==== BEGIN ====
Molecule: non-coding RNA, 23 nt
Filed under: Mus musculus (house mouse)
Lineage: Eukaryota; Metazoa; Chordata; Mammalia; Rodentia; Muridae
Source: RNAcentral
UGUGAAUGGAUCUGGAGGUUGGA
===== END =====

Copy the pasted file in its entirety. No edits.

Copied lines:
Molecule: non-coding RNA, 23 nt
Filed under: Mus musculus (house mouse)
Lineage: Eukaryota; Metazoa; Chordata; Mammalia; Rodentia; Muridae
Source: RNAcentral
UGUGAAUGGAUCUGGAGGUUGGA